The simple interpretation of what the model is showing is this: the demand to hold government liabilities rose, and so the supply has to be created. When you look at my earlier description of fiscal policy, the only way that the supply can appear is for there to be an (unplanned) slowdown in economic activity. (Note that in Modern Monetary Theory - MMT - the analysis of the demand for "net financial assets" is often exactly on these lines.)
I accept that this model is simple, and I discuss some of the arguments against it below. However, my feeling is that the basic principle is sound, and it explains a lot of the woes facing the developed economies today. There are forces driving for an increased accumulation of government liabilities (debt and base money) - that is, aggregate stock-flow norm parameters are changing. And so growth has to slow to create the required deficits. Correspondingly, I see austerity policies as inherently doomed, as they are leaning against well-entrenched economic forces.
Limitations Of The Debt Ceiling Model
The basic premises of my debt ceiling model could possibly enrage some supporters of free market capitalism, as it contradicts the assumption that increased savings leads to increased economic growth. (I wrote about this in my earlier articles, as well as in Savings Equals Investment, And All That, where I responded to one debate about the S=I identity.)
If we go beyond slogans, there are a number of reasonable objections to the model results I present. As I explain, I do not find them insurmountable.
The most important objection is that this simplified model does not allow for private sector emission of debts (there is the equity of the business sector). This is a limitation of the model, and is not a feature of more sophisticated Stock-Flow Consistent models. My excuse is that I want to focus on fiscal policy, and leave private sector debt emission steady (an "all else equal" condition). If private sector debt levels are constant, it does not make much of a difference for cyclical analysis what level they are constant at.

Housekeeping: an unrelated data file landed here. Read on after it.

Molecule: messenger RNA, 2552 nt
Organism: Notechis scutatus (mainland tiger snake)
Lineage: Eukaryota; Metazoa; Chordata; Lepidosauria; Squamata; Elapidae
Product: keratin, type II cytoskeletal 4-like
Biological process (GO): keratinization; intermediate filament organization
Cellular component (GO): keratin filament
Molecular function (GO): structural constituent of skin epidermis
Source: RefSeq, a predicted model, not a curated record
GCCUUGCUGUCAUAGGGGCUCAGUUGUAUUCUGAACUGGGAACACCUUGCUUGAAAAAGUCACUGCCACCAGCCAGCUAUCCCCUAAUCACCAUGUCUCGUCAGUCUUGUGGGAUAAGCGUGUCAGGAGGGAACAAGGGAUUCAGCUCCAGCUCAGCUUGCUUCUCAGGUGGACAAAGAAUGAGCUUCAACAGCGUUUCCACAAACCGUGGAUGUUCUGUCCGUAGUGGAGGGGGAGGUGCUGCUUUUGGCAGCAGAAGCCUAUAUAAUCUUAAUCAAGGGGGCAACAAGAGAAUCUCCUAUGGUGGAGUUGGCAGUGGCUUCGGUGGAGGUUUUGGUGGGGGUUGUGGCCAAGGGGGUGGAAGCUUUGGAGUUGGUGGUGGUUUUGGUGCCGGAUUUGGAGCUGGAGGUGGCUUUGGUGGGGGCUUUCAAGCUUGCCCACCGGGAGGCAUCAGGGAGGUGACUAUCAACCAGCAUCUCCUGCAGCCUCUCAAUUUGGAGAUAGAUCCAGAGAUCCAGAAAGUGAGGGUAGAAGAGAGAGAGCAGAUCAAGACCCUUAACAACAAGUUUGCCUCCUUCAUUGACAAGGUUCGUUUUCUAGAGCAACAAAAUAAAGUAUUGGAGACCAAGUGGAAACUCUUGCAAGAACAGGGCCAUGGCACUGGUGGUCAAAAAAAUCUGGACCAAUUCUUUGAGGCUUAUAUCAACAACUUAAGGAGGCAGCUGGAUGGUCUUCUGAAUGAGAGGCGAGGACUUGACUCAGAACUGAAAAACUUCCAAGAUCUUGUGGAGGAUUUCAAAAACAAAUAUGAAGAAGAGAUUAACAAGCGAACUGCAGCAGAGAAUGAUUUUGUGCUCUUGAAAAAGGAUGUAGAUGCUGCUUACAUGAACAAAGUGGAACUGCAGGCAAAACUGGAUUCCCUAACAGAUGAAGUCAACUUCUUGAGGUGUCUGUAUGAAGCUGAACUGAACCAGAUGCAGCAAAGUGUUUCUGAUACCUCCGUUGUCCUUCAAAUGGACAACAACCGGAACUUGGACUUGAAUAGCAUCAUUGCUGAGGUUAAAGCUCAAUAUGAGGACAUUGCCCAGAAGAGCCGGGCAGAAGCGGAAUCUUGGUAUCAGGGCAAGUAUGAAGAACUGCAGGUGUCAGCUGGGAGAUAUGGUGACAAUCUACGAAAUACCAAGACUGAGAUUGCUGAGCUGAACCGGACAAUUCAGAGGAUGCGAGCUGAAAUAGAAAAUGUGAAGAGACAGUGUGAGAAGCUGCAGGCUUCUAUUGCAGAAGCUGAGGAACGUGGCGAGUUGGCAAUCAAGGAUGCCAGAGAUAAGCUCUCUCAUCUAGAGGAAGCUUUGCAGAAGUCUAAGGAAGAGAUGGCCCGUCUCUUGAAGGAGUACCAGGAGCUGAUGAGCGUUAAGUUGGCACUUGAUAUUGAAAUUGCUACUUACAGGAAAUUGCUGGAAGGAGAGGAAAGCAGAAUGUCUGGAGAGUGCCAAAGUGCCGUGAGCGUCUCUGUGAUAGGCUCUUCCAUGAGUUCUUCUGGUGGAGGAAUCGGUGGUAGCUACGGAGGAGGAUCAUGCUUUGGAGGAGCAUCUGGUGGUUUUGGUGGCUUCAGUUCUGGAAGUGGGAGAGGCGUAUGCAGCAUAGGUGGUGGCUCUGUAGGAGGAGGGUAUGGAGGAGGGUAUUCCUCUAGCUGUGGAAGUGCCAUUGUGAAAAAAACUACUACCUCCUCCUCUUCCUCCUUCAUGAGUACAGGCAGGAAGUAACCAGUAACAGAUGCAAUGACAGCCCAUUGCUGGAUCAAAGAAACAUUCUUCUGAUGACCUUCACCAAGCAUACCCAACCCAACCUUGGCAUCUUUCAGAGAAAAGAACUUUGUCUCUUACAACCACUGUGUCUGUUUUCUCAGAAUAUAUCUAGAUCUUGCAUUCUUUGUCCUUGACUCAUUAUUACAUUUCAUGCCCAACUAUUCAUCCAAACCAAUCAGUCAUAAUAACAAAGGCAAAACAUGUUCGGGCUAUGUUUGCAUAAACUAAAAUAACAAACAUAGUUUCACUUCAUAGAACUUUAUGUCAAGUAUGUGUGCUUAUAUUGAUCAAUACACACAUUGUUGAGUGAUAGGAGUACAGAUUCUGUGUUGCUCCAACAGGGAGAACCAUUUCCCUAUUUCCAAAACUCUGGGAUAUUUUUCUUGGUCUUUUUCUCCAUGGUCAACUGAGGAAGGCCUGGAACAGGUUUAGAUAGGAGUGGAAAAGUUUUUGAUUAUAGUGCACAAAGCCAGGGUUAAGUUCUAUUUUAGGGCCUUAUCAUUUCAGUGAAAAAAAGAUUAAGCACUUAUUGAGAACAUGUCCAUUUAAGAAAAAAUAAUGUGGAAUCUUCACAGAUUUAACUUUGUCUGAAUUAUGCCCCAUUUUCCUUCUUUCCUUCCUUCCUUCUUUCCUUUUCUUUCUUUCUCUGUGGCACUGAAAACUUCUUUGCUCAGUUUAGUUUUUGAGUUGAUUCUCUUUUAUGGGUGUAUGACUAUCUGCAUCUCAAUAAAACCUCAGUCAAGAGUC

More realistically, the cycle is dominated by private financial flows, which are disrupted in a recession. My simulation results would be dominated by whether or not the economy is tipped into a recession. It would be possible to show all kinds of strange effects if the initial conditions had the economy perched on the edge of recession. The inherent stability of the "debt ceiling" model limits those effects.
But yes, rising private debt allows for falling government debt. We saw this in various housing bubbles in the English-speaking world; once the supply of private debt dries up as the result of the lack of sustainability of debt loads, government debt was forced into existence the hard way.
The second effect revolves around "real balances" - the price level should fall, so as to allow the real value of money balances to rise to the higher desired level. This would be theoretically possible in my simulated economy, as there is no private debtors that will be compromised by a fall in nominal incomes. (Many members of the middle class would be crushed by their mortgage debt if nominal incomes dropped by 10%, and the loan balances were not adjusted,) In practice, we do not see anything resembling this behaviour, so I do not feel bad that my model ignores it. The weakness of the real balance effect is well known; for example see this quote of James Tobin (via Fictional Reserve Barking).
Another method to avoid a recession in this example would be for fixed investment to ramp up, matching the rise in savings. This would presumably be triggered by falling interest rates, which is why monetary policy is presumed to work. But it is unclear why businesses would ramp up investment when demand is falling. Recessions are pretty much defined by falling investment activity, and investment only recovers once the weakest firms have been eliminated and large fiscal deficits put a floor under demand.
Although these theoretical complaints strike me as weak, there is an very good practical objection to it. The business cycle is driven by fixed investment, and savings behaviour is slower moving. Changing stock-flow norms are not the prime mover behind recessions, rather they help regulate the speed of the economy during its expansionary phase. And in the current circumstances, this factor helps explain the tepid pace of growth.
(c) Brian Romanchuk 2014